Living in a secularized, post-Christian, even anti-Christian culture, why would you and I trust in God more than we do and in ourselves less than we do? The answer transcends the intellectual: we can believe that heaven, angels, hell, and the devil exist, but such rational assent changes nothing in our lives or our world.
Quick: who do you think believes in hell the most – Baby Boomers or Generation Z? I’ll give you a few additional bits of information to work with: the study was conducted in the U.K., and there, Gen Z more often than not identifies as atheist. Okay, got your answer? If you said, “Well, it’s obviously Baby Boomers,” you would be…
Early in my Christian experience, I thought I needed to serve God to earn or justify his love for me. Then I learned that because “God is love” (1 John 4:8), he cannot love me any more than he already does. As a result, I learned to serve him out of gratitude for his amazing grace. Now I realize there is a still deeper reason to love God with all my heart, soul, mind, and strength (Mark 12:30): because he is worthy of such love.
As we noted yesterday, God cannot encourage idolatry lest he participate in it and reward that which harms us. By contrast, when we seek God, “O LORD, you will ordain peace for us, for you have indeed done for us all our works” (v. 12).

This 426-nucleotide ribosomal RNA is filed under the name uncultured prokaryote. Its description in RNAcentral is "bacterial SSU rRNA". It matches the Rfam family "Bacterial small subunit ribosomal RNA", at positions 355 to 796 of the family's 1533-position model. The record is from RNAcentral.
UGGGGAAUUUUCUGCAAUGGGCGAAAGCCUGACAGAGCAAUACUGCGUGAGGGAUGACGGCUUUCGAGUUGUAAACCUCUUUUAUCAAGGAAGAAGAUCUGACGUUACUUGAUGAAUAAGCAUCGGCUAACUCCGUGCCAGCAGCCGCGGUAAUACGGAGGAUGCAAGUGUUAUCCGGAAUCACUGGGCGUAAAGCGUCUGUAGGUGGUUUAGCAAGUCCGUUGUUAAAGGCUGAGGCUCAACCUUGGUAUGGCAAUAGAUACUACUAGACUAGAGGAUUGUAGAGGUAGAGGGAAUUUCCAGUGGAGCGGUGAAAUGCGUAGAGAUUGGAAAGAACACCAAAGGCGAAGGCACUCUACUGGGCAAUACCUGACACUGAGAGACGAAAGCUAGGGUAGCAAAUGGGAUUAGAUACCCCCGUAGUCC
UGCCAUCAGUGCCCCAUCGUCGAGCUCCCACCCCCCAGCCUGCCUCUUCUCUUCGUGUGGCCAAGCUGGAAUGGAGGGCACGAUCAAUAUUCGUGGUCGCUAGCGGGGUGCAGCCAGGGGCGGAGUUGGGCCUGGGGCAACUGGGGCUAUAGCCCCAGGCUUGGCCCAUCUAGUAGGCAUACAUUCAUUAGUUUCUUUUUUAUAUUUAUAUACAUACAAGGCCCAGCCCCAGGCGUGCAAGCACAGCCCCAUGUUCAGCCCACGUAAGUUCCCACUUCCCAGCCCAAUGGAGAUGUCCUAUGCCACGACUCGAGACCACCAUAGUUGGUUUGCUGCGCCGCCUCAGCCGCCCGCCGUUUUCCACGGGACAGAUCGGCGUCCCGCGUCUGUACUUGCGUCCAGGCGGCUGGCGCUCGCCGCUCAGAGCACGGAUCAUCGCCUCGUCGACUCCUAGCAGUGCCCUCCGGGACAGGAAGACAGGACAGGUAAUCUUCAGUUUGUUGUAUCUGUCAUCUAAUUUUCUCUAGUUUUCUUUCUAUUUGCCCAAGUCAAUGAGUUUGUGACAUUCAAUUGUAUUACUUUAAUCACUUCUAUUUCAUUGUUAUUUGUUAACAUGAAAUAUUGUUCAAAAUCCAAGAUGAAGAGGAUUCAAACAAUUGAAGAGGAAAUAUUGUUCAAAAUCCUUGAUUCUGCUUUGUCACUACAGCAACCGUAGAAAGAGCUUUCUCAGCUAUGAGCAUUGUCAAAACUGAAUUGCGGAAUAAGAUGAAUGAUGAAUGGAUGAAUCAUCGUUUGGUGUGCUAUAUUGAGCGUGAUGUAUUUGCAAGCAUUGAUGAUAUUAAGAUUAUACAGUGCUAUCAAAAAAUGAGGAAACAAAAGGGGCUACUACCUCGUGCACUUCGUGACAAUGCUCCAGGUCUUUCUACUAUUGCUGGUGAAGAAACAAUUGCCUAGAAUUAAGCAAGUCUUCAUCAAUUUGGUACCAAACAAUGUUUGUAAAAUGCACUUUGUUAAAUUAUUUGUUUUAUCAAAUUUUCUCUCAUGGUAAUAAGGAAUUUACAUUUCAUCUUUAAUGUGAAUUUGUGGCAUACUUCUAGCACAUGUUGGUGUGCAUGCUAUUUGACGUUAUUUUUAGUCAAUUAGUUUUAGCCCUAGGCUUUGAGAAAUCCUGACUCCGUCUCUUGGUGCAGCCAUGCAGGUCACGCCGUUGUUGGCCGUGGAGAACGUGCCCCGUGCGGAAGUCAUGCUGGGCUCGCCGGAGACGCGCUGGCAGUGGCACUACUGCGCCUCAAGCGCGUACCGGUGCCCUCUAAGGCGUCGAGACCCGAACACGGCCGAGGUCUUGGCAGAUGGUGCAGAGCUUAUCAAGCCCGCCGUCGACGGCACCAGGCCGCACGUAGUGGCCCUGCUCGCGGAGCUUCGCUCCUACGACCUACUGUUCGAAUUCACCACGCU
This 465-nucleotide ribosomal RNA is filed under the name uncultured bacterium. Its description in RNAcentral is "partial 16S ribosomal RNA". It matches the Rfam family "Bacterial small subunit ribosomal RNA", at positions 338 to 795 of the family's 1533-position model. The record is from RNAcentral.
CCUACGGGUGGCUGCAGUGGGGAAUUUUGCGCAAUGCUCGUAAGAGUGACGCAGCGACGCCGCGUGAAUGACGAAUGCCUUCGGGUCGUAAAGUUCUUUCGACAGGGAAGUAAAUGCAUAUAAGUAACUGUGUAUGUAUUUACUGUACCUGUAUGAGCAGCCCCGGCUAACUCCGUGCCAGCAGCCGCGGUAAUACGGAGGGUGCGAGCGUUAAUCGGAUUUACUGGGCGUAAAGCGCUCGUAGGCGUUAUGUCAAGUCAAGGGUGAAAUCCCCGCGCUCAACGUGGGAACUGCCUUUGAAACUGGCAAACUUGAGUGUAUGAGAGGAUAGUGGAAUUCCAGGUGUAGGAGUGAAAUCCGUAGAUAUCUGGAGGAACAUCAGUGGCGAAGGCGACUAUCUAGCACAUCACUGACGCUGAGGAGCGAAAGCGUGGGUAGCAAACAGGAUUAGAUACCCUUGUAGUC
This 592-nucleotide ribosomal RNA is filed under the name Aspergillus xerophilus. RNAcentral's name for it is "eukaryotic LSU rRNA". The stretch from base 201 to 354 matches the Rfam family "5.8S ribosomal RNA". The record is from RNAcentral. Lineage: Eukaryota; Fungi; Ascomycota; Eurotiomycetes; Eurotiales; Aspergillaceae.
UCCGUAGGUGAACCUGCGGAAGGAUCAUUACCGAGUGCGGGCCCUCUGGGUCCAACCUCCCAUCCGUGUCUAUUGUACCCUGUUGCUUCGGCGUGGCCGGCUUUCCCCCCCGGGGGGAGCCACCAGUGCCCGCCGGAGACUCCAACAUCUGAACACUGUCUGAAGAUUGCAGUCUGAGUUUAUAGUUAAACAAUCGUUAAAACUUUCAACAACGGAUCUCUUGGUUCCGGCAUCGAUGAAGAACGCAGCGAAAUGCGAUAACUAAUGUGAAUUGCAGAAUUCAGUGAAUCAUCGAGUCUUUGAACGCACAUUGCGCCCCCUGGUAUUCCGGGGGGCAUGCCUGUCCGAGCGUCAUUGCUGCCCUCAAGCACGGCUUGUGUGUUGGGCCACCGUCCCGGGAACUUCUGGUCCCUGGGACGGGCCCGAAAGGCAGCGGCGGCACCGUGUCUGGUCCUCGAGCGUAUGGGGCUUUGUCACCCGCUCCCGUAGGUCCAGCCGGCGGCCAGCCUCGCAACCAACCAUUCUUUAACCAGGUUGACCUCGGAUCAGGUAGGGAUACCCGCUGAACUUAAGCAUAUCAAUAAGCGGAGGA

Personal authenticity is the path to flourishing, we’re told. No matter the subject, the message is the same: your body is yours to do with as you wish. So long as you’re not harming others, you’re free to do what makes you happy. Why, then, would anyone want to hear a message that insists we are sinners in need of salvation and calls us to repentance, contrition, and submission to God? Since hell appears nowhere on our list of top fears, why not live and let live? Or so our enemy would have us believe, right up to the day when it is too late to believe.
I take no special delight in writing this article. But hell is real and people are going there. So let’s look closely at what the Bible has to say about it as well as the on-going debate over whether hell is eternal conscious punishment.
What you and I “like” is utterly and absolutely irrelevant. God doesn’t set his eternal agenda based on what we “prefer”. What we might “hope” to be true simply doesn’t matter. What does or does not make us “feel comfortable” has no bearing on the truth or falsity of this issue. The fact that we have an intuitive sense for what strikes us as “fair” or “just” plays no part whatsoever in coming to a conclusion on whether or not there is an eternal hell. The fact that we may not enjoy the thought of eternal conscious punishment doesn’t make it go away! The fact that you “feel” the existence of hell is inconsistent with your concept of God doesn’t mean there isn’t one. What we “want” or “hope” or “desire” has no relevance at all in this debate. The only important question is, “Does the Bible teach it?” And if the Bible does teach it (and Revelation 14 together with numerous other texts would indicate it does), our responsibility is to believe it and fervently and faithfully proclaim the gospel of Jesus Christ as the only hope sinners have for now and eternity.
Here are 10 truths about hell that we must understand and accept.